Sleepmakeswaves at The Underworld, Camden, LondonSupport: Vasudeva| The Physics House Band
October 12, 2017 at The Underworld, Camden, London
Promoter: Anaconda Media
It’s difficult, one suspects, for gig promoters to come up with line-ups that work, that complement one another, but that also don’t repeat what has gone before. Consider then the plight of putting on a post-rock gig in London. It is, I imagine, impossible.
Don’t get me wrong, this line-up is enchanting and exciting, but the majority of the audience as I walk amongst them, cheerfully chatter about having seen all three play at the previous ArcTanGent iteration. I wasn’t there so hey, it’s new to me; and hey, these guys have come along, so what the hell am I grumbling about. Nothing, probably – but with the constant expansion of festivals and those (fabulous) festivals growing and becoming more ambitious, this sort of gig – three pretty big hitters – seems to become rarer and necessarily so (it’s simply not as ‘remarkable’ as it would once have seen to have been). Blah, blah, blah. Moan, moan, moan. Now that that is out of the way, let’s bring ourselves to the evening’s openers Vasudeva.
Hailing from New Jersey the four-piece are a three-piece tonight. It’s not really addressed, but they are missing their bass player, and have his play-through from their tracks playing through the backline. As there is no explanation for his absence, one can only speculate, but one thing is for sure: there must not have been time for someone to be quickly recruited to play with them and learn the parts. It’s a shame, as it certainly effects the sound and overall performance. The members of Vasudeva soldier on and are consummate professionals on the night, but one can’t help but wish that they could play at full power. The post-rock comes with a distinct math-rock edge and has enough personality to it, that it is identifiable from the huge swathes of acts currently deploying this sound on stages around the world. That said, it is hard as a regular gig-goer to really be taken aback by their brand of instrumental bombast.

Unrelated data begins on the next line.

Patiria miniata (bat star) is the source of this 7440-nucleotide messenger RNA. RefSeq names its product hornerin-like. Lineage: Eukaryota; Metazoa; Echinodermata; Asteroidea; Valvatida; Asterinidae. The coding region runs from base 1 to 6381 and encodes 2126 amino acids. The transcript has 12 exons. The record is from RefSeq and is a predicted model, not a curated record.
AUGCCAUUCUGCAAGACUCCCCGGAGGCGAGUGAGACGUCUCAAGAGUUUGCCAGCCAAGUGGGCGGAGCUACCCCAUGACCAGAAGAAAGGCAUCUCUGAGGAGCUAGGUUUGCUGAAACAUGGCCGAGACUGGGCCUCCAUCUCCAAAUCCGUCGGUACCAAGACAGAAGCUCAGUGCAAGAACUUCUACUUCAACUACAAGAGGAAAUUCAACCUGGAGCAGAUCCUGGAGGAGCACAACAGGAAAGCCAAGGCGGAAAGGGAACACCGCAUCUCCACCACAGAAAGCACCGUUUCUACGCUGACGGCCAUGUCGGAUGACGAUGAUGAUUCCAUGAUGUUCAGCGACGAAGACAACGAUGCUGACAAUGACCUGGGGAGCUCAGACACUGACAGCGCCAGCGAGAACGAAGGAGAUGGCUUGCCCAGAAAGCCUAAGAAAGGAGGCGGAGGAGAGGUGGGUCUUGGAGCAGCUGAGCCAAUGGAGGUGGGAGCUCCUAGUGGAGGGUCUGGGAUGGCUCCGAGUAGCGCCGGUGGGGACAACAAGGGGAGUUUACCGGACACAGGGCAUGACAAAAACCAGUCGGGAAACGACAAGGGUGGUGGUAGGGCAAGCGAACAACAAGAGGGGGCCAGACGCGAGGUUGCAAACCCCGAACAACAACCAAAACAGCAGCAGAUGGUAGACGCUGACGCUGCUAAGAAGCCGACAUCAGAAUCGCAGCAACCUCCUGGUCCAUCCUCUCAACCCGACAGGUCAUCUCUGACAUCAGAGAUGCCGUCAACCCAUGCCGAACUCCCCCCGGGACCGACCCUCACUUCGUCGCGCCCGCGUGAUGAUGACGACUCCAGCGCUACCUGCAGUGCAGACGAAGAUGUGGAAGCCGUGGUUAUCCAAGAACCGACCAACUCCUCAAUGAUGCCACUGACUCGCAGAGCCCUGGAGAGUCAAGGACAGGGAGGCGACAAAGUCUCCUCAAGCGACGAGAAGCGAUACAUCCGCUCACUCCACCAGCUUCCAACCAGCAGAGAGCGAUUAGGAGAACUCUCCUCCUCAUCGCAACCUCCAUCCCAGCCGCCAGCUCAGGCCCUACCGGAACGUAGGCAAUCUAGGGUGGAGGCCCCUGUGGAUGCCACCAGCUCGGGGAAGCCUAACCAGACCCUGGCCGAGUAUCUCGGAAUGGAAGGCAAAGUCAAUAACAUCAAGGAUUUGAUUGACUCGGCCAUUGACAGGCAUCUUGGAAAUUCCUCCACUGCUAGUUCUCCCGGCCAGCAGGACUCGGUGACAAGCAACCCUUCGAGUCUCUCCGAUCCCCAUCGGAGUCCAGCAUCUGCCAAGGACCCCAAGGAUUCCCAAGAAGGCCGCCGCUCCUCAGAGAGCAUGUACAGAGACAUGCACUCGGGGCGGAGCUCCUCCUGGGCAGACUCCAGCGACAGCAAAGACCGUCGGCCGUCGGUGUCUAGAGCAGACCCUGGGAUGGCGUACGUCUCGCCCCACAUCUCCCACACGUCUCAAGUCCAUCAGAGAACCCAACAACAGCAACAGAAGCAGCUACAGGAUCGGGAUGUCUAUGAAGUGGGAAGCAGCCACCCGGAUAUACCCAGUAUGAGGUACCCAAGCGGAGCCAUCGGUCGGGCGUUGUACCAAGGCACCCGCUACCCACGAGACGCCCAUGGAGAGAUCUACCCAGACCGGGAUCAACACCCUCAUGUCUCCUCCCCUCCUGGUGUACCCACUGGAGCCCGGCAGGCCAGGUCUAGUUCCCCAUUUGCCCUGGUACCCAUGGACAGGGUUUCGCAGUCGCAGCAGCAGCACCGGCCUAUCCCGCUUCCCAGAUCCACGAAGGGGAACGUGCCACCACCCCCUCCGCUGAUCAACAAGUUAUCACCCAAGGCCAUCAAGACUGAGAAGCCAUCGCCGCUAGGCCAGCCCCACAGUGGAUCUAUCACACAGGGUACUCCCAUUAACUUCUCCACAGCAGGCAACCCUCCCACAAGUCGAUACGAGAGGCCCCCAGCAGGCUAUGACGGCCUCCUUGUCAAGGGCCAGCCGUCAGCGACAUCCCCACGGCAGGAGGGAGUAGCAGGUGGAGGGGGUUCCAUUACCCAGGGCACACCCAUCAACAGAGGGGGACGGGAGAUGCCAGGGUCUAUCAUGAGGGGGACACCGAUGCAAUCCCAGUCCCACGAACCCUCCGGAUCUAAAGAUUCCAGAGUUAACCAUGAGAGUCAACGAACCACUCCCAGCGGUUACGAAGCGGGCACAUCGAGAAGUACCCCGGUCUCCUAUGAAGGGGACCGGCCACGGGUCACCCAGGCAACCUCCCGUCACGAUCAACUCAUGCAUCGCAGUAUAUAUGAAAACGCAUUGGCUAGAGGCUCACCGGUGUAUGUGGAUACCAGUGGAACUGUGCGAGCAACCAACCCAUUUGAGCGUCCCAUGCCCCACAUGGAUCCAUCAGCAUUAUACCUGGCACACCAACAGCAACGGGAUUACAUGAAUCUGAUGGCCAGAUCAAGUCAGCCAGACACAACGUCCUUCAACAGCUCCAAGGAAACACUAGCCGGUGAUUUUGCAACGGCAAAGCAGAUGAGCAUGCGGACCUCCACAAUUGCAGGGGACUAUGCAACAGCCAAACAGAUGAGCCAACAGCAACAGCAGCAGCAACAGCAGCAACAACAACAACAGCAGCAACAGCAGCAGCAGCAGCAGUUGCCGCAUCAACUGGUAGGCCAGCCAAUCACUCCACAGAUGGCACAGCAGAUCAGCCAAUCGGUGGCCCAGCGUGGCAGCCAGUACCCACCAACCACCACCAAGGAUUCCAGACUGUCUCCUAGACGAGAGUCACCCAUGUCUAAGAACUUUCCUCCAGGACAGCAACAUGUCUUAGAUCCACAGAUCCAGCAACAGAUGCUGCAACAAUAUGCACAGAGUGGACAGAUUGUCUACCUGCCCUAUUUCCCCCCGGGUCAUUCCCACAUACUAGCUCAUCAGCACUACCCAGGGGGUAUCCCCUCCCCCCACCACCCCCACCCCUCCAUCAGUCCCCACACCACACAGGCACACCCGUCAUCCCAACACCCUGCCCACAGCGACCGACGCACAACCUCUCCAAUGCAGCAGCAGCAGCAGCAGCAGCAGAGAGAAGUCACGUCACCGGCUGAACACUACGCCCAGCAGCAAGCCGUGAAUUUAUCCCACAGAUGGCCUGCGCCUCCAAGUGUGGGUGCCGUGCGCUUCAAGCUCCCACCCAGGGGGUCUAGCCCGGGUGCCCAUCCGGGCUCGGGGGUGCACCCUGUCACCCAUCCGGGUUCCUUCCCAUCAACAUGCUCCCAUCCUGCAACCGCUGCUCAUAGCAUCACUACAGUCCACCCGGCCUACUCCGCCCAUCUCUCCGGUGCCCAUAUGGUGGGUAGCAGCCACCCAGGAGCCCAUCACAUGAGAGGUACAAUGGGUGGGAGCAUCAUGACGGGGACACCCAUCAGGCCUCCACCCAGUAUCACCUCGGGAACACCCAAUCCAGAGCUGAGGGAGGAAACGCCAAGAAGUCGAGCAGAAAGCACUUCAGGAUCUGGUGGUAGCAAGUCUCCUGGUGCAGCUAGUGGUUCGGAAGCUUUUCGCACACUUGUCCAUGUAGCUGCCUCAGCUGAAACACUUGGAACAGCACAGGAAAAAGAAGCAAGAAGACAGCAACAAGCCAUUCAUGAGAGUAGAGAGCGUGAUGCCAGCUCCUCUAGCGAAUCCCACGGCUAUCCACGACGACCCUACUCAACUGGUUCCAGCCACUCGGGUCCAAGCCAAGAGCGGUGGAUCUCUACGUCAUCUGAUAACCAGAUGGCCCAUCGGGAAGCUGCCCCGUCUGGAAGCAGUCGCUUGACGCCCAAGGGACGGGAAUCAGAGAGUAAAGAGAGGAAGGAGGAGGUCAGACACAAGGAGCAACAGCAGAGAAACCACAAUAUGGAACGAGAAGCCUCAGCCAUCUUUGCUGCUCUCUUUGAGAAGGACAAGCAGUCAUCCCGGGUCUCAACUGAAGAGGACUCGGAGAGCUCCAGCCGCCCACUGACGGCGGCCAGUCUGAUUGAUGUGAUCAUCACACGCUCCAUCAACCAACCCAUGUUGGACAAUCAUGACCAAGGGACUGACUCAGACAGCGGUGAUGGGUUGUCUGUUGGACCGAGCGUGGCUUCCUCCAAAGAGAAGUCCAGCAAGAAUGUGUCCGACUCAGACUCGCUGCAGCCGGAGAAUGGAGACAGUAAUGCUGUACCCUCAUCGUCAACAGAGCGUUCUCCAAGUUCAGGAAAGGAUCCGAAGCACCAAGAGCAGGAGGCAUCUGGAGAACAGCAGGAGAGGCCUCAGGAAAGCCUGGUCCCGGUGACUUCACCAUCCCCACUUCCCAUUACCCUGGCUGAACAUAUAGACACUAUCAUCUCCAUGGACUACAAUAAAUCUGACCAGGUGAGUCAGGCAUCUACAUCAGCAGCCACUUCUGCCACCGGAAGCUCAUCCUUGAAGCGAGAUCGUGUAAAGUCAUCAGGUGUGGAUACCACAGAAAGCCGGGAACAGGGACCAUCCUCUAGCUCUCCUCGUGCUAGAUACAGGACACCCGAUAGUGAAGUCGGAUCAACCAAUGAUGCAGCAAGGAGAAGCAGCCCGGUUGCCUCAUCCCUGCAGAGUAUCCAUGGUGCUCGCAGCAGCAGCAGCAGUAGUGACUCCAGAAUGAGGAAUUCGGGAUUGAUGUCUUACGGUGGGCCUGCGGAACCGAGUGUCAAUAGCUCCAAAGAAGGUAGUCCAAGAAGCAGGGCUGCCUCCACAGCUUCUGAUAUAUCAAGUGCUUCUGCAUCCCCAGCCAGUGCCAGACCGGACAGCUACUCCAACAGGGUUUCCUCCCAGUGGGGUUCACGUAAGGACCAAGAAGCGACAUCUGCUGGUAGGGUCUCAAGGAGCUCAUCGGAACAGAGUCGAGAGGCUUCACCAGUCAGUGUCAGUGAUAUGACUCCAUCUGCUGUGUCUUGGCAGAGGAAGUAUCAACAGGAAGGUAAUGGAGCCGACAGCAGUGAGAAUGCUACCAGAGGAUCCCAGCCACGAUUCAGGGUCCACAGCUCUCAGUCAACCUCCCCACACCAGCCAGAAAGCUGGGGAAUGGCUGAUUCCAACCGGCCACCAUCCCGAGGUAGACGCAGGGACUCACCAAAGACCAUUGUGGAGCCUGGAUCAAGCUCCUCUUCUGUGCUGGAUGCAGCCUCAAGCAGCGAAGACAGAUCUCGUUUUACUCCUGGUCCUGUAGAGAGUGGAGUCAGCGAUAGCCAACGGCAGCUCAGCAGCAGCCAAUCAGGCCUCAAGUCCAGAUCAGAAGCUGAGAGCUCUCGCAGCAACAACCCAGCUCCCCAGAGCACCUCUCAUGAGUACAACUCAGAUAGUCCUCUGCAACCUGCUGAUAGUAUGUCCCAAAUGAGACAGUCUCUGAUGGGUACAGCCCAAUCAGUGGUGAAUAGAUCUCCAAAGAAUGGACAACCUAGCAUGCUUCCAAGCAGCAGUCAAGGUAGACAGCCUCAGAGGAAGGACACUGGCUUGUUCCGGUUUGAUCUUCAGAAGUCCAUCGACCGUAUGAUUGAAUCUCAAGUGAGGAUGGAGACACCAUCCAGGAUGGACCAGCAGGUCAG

They do, at times, create real intrigue, and it is positive to reflect that these moments often come from new album No Clearance. ‘Turnstile’ in particular, captures the attention of the fairly small crowd currently in The Underworld, and really starts off the night. The band are clearly delighted to be playing in London, with a patter to the audience that includes numerous appreciative ‘thank you’s and talking about how “insane” it was to be back in the UK so soon after their previous tour, and how much they were enjoying part of the tour with sleepmakeswaves. This is immediately endearing, but is somewhat undercut by the ‘technical guitarist’ of the group looking in discomfort for the majority of the second half of their set – a pained expression on his face, a sudden disinterest in engaging with the crowd and a rather over-exaggerated wrist melodrama after the last notes of every single song. This aside, the band are a quality outfit that clearly have skill and what it takes to lift a room of post-rock fans and create a sound that is different enough to make them stand out. That, at times, they allow themselves to wallow in rather more by-the-numbers musicianship is of concern, but it felt like reflecting on the past (their debut record of four years ago), rather than where the band truly are now. A third album, building on the inventiveness and catchy nature of No Clearance could be really interesting.